South Africa's prison service, which ordered the release of former president Jacob Zuma on medical grounds, said Wednesday it was challenging a court decision to send him back to jail.
"Having carefully studied the judgement, Correctional Services is convinced that another court may arrive at a different conclusion," the Department of Correctional Services (DCS) said in a statement, stating its intention to have the Supreme Court of Appeal decision overturned.
Zuma, 80, was released from prison last month at what DCS said was the end of his 15-month sentence for contempt of court.
He was convicted in June 2021 for stubbornly refusing to testify before a commission investigating corruption during his 2009-2018 presidency.
His incarceration in July last year sparked an unprecedented wave of violence and looting, amid rampant inequality, leaving more than 350 dead.
Barely two months later he was released on health grounds and placed under judicial supervision.
The prison service official granted the conditional release against the advice of the prisons medical committee.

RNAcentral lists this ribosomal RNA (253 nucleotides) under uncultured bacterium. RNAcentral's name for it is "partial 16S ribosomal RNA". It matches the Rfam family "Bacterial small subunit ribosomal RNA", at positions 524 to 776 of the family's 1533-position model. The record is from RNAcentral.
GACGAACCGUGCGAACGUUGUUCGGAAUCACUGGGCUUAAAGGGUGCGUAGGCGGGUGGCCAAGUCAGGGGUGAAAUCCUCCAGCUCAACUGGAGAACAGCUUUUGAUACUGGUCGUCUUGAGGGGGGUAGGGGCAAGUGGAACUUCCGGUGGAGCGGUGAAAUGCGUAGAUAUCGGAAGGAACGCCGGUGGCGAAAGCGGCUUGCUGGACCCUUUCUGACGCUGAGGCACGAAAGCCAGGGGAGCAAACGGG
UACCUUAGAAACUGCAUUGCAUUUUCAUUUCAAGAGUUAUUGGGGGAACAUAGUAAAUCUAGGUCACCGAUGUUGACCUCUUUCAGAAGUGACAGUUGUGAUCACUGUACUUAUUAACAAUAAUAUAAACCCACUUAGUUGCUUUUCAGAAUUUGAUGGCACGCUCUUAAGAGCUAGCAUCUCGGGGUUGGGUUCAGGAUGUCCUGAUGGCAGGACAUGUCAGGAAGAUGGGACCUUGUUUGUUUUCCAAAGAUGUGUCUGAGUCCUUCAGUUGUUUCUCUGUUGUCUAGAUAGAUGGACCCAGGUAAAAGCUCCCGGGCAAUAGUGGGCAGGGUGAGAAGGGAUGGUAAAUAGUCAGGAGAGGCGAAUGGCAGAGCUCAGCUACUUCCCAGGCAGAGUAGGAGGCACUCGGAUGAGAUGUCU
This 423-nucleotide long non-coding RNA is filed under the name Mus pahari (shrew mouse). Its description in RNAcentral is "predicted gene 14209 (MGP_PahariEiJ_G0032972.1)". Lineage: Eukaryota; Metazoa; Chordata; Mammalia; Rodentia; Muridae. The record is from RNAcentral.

The Supreme Court of Appeal ruled Monday that Zuma's release was against the law and that he should return to the Estcourt Correctional Center in the eastern KwaZulu-Natal province.
The Bloemfontein-based court is the country's second highest court after the Constitutional Court.
The former head of state has denounced the "cruelty" of the demand that he return to prison.
The state of Zuma's health remains largely unclear.
According to multiple medical reports submitted to the court, he suffers from problems linked to blood pressure, high blood sugar levels and serious colon damage.
In recent weeks he has appeared in public several times, dancing and singing in front of his supporters.